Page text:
The woman from India came to Indiana to visit family. Shortly after arriving, she discovered her mother had arranged a marriage for her, a not-uncommon practice in their culture.
But this marriage would turn into a violent and degrading four-month ordeal. She was raped by her husband and forced to do nearly round-the-clock household labor, police say. She was routinely referred to as “bitch” by her husband, uncle and aunt. She was slapped and choked. Her life was threatened. She barely ate and had to sleep on the floor without covers. But this week, the woman will get some measure of relief when her husband, Lakhvir Singh, 28, is sentenced in Marion Superior Court. “I want the maximum punishment and justice to be served,” the woman said in a statement to The Indianapolis Star. The Star does not generally identify victims of sexual abuse or assault. “I don’t want this to happen to any other girl. My voice can finally be heard.” A week ago, a jury found Singh guilty of criminal deviate conduct, domestic battery, rape, sexual battery and strangulation.
Singh was found not guilty of another charge: promotion of human trafficking. He also was acquitted on separate counts of rape, deviate sexual conduct and sexual battery. His sentencing is scheduled for Friday, and he faces six to 20 years in prison for the most serious charges. Singh’s lawyer, Jack Crawford, says the woman made up the allegations to get out of a marriage she didn’t like and to secure a visa for victims of human trafficking. “She was in a marriage where she did some things she didn’t want to do and tried to get out of it,” Crawford said. “The blame here lies with the parents for forcing them both into a marriage they did not want.” But the victim’s brother says she has the emotional and physical scars to prove the allegations. “She is finally getting her confidence back, but it will take a long time,” said her brother, who called police when he found out about the abuse. The Star is not naming the brother to help further protect her identity.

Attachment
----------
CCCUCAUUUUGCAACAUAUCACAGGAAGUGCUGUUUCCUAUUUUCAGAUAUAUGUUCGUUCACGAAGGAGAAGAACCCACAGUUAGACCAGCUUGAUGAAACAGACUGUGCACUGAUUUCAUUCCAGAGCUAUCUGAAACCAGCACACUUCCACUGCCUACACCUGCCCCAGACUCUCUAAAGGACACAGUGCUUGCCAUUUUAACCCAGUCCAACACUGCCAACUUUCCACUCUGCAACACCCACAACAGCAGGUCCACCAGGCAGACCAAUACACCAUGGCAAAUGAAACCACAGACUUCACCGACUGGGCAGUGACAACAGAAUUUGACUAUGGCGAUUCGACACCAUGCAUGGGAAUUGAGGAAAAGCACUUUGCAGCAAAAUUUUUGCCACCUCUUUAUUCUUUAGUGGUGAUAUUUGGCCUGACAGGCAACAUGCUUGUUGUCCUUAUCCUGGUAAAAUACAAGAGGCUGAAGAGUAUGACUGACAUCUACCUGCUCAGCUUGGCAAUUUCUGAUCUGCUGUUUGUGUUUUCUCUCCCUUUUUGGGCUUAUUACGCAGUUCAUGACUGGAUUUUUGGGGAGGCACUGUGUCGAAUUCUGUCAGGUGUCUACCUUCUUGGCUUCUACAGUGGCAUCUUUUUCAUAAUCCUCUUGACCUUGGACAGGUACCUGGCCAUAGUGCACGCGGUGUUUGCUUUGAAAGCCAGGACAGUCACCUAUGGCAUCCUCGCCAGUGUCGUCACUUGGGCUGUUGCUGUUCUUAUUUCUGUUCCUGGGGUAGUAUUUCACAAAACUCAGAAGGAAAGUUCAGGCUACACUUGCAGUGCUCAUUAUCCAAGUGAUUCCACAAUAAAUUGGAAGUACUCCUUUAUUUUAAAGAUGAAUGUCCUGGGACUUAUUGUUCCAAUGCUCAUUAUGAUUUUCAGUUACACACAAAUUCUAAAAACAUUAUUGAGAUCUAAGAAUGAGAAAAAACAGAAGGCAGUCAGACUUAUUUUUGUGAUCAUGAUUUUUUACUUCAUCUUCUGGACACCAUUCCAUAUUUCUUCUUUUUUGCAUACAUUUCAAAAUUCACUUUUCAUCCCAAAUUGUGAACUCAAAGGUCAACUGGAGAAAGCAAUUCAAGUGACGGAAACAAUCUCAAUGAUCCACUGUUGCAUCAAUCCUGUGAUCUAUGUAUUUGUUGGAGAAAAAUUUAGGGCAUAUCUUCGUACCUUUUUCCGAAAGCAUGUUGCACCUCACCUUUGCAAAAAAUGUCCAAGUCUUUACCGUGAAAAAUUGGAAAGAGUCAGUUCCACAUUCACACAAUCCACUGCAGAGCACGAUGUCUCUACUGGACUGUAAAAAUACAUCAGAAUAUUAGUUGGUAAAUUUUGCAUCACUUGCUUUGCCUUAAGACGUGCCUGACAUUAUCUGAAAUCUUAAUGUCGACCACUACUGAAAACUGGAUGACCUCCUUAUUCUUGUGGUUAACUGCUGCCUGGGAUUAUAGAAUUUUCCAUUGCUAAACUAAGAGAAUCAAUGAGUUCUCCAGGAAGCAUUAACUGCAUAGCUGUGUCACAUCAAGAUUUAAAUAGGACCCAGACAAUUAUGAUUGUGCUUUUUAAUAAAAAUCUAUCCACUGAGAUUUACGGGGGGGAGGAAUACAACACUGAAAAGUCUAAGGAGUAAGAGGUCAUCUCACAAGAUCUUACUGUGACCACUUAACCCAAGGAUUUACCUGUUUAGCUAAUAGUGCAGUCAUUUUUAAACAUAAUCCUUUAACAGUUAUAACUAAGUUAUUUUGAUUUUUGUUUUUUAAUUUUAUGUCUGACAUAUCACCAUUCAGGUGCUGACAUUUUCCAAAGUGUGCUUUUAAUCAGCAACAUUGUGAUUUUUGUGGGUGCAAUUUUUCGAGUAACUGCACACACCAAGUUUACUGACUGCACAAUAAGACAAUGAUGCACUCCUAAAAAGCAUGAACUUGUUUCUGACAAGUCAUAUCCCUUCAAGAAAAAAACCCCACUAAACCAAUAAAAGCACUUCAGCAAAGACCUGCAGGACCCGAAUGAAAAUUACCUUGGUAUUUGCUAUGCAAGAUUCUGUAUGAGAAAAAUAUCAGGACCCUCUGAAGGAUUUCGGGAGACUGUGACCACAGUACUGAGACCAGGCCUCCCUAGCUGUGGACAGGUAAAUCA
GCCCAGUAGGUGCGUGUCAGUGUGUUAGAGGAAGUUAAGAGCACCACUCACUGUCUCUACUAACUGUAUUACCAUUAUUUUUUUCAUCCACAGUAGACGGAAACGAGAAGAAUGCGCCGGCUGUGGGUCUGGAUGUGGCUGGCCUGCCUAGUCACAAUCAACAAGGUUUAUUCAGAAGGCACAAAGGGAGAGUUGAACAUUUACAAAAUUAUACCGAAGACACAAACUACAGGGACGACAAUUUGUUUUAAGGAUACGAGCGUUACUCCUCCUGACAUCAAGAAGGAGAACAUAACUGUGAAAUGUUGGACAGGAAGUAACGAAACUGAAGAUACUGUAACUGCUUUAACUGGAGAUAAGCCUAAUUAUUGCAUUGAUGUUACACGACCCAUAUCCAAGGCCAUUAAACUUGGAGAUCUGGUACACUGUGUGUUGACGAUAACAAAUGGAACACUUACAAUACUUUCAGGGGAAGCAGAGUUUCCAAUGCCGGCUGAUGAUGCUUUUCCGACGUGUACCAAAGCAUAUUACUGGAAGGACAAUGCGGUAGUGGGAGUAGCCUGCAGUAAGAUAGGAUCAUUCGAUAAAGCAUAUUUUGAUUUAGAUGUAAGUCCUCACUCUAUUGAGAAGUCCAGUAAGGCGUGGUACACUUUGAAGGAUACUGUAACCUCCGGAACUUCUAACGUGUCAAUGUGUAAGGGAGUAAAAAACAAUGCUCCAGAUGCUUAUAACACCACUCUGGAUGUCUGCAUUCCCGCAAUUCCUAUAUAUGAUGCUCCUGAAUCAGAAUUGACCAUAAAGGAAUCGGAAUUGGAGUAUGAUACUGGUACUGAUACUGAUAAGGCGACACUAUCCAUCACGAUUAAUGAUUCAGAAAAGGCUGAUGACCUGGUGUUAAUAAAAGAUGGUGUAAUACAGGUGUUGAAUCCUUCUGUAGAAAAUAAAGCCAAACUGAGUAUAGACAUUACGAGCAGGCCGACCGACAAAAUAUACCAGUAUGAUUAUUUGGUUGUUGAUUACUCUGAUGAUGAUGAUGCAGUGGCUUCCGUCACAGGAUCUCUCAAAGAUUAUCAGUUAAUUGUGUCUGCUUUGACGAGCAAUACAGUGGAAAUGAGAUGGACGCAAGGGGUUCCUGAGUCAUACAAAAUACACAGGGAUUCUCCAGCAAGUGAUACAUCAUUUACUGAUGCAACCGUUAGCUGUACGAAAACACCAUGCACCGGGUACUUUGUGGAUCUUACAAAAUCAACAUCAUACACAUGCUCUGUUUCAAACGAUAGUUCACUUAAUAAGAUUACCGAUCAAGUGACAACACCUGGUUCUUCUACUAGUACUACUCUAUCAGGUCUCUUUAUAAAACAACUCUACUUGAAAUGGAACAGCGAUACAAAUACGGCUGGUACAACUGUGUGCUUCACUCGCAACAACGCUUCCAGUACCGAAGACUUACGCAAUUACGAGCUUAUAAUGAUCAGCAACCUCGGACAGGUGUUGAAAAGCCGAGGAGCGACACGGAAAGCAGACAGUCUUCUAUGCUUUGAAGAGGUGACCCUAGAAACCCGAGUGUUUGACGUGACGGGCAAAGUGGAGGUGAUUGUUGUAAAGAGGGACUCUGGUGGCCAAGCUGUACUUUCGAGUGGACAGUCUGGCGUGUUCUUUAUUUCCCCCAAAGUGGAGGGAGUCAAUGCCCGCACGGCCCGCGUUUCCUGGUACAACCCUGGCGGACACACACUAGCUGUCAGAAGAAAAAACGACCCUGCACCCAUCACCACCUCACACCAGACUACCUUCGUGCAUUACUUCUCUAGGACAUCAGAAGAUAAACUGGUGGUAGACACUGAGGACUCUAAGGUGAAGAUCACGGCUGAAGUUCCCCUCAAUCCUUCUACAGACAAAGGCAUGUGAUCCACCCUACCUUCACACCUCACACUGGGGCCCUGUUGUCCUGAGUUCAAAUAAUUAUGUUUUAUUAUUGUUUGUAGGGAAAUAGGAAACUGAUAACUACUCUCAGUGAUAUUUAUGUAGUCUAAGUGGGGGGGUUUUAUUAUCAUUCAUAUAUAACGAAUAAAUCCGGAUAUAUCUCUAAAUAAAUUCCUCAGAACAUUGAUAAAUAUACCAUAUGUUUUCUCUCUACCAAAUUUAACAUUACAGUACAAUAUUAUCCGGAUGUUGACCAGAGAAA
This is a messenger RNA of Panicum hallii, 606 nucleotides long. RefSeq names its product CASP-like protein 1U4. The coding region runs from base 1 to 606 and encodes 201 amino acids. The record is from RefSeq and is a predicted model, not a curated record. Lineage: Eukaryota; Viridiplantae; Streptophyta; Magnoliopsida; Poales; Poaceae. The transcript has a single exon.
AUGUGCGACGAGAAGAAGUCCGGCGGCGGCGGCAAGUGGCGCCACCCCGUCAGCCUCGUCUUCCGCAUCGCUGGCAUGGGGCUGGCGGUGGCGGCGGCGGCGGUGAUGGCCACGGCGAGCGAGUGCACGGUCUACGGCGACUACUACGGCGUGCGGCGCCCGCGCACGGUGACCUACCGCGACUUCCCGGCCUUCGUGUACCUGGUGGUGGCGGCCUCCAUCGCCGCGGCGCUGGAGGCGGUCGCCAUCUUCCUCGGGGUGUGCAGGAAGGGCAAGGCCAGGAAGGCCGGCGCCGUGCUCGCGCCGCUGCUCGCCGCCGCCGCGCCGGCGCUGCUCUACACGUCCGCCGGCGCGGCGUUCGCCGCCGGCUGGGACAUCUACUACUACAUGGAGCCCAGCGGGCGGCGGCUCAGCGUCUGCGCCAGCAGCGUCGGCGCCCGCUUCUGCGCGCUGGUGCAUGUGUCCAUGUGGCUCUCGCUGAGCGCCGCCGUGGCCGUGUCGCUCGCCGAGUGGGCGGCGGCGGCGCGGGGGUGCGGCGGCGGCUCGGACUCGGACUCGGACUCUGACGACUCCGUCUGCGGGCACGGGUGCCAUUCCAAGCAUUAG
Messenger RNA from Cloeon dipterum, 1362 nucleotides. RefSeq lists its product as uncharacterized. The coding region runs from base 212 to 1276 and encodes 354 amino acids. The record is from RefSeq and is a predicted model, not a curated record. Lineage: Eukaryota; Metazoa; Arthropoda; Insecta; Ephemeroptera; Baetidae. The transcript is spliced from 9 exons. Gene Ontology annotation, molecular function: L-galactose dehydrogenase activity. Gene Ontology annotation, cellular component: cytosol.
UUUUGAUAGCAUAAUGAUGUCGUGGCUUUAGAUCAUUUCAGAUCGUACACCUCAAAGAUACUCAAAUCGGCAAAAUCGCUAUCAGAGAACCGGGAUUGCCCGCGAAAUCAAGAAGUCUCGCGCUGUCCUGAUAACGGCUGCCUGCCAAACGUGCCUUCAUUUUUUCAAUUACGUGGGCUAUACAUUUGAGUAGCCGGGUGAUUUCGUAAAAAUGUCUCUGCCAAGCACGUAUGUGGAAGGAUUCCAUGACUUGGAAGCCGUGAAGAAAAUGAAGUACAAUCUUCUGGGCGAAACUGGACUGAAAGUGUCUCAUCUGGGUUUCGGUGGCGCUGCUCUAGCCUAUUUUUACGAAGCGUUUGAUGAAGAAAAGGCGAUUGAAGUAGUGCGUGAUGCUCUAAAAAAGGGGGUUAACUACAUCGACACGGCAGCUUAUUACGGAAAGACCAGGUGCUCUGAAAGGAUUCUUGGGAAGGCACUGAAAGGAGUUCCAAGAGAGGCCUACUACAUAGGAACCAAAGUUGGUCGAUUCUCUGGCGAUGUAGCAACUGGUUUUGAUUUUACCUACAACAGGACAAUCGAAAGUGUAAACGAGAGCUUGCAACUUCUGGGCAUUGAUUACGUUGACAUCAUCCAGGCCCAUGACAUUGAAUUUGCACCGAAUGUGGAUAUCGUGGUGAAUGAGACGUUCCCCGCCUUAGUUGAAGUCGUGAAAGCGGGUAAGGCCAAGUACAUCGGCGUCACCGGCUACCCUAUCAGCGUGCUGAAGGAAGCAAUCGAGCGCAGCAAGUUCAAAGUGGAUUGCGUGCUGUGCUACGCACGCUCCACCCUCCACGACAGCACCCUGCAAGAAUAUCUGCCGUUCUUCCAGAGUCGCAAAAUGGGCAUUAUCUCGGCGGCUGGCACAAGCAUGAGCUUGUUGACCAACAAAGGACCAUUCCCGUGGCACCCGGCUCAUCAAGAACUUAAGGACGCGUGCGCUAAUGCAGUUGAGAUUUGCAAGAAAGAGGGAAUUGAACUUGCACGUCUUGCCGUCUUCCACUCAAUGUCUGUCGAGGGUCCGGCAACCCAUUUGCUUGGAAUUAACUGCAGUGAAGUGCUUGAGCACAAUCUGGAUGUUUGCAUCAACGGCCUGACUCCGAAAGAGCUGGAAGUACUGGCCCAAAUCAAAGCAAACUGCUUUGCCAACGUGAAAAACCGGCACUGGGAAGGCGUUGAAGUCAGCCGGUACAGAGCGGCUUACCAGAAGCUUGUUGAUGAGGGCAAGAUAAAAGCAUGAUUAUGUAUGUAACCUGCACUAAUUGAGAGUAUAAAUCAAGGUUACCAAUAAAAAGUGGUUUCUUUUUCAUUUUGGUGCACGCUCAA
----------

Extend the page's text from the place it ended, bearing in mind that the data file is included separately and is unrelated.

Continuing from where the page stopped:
“She had to repeat the experience at the trial, so it will be some time before she is normal.”
Visiting from India
The brother was a graduate student at Purdue University when the woman came with their mother from India to visit him in May 2010. But shortly after arriving, her mother told her she had arranged a marriage with Singh, who then lived in New Castle, said Indianapolis Metropolitan Police Department Detective Jon Daggy. “That is something in the culture you don’t go against the mother’s wishes about,” Daggy said. The couple later moved to an apartment on Indianapolis’ Southside. No certificate of marriage was ever filed with the state of Indiana, according to a probable cause document filed with Marion Superior Court. A religious ceremony, however, occurred at a Sikh temple in Indianapolis. Cheryl Thomas, director of the women’s rights program at Advocates for Human Rights, a national nonprofit based in Minneapolis, said arranged marriages can be dangerous. “This is a problem in many countries where women are forced into marriages that they don’t want to be in,” she said. “They’re vulnerable, particularly if they don’t have any education or access to employment that can give them some independence.”